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Long IslandPoliticsSpin Cycle

NYC: Underdog Dem Albanese blasts rivals' tax spending on politics

In a photo released by his campaign, mayoral

In a photo released by his campaign, mayoral candidate Sal Albanese criticized rivals' use of what he said were taxpayer funds for politics at a news conference Monday in Manhattan. (May 20, 2013) Photo Credit: Handout

Former Councilman Sal Albanese, running as a reformer for New York City mayor in the Democratic primary, Monday issued a provocative and interesting piece on rivals' use of their incumbencies for campaign purposes. He adds this shot on disgraced ex-Rep. Anthony Weiner that he "has yet to apologize for the $350,000" that taxpayers doled out "for a special election to replace him the last time he asked for their trust."

Albanese's man Todd Brogan states in a release:

Today, Democratic Mayoral candidate and former City Council Member Sal Albanese called out City Comptroller John Liu, Public Advocate Bill de Blasio, City Council Speaker Christine Quinn, and former Congressman Anthony Weiner for wasting $1.7 million in taxpayer dollars for personal political gain.

“Despite significant funding from special interests, these career politician have made fleecing the taxpayers a campaign policy,” Albanese said at a morning press conference on the steps of City Hall.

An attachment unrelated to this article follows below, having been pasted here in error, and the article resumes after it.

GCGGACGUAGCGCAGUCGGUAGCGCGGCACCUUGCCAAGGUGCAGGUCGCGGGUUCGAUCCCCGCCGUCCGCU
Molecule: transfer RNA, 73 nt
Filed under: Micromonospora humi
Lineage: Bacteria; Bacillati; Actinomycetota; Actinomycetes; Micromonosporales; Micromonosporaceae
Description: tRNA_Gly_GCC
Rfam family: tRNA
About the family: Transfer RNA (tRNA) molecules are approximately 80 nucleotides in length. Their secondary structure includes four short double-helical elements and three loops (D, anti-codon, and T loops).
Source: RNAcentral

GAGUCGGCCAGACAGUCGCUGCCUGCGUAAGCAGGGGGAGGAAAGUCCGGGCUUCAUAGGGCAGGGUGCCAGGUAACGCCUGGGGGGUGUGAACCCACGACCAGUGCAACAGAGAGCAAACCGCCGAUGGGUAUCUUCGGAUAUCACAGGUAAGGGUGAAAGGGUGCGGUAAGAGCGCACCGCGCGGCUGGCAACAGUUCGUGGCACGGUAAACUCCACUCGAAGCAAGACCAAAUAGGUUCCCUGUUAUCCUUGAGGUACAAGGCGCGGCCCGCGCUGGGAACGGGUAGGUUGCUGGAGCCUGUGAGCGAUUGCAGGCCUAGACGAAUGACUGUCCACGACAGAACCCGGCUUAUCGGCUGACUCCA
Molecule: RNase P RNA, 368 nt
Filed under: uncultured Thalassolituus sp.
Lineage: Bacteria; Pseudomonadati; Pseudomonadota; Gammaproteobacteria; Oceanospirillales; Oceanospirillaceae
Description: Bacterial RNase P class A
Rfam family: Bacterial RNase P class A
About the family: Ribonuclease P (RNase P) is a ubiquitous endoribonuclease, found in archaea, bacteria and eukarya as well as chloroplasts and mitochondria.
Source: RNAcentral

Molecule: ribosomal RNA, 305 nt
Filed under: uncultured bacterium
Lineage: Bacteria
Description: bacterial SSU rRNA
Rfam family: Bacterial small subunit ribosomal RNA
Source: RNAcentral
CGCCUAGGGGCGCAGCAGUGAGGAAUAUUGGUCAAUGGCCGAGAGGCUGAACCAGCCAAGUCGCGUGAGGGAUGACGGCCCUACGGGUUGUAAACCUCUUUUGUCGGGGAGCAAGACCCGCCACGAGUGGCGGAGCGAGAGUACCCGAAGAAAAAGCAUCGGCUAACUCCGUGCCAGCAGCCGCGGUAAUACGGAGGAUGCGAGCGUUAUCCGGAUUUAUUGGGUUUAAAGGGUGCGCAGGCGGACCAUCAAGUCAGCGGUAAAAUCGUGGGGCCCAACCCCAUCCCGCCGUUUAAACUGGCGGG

According to Albanese, the Comptroller has hired six staffers who previously worked or were reimbursed by political campaigns. The Public Advocate and City Council Speaker, meanwhile, have hired nine and seven political operatives, respectively, onto the public payroll. In total, their salaries cost New York City taxpayers $­­­­­1.4 million per year. All employees were hired within the last 18 months, as the three citywide officials laid the foundations for their campaigns for Mayor.

Albanese also called out former City Council colleague and likely mayoral candidate Anthony Weiner. “Tony is getting asking New Yorkers to trust him, but he has yet to apologize for the $350,000 that they had to pay for a special election to replace him the last time he asked for their trust.”

Albanese, who spent fifteen years as the City Council’s top reformer, reiterated his call for a hiring freeze for elected officials seeking citywide office. His proposal, announced on May 7, would bar officials like the Public Advocate, Comptroller, and City Council Speaker from adding new positions to their payrolls during the 18 months preceding a primary election. Officials would still be allowed to replace employees to maintain the integrity and workload of the office.

“Last time I checked, running for Mayor was not in the job description of the Speaker, the Public Advocate, or the Comptroller,” declared Albanese. “Yet they have used their positions to force taxpayers to foot the bill for their political ambitions.”

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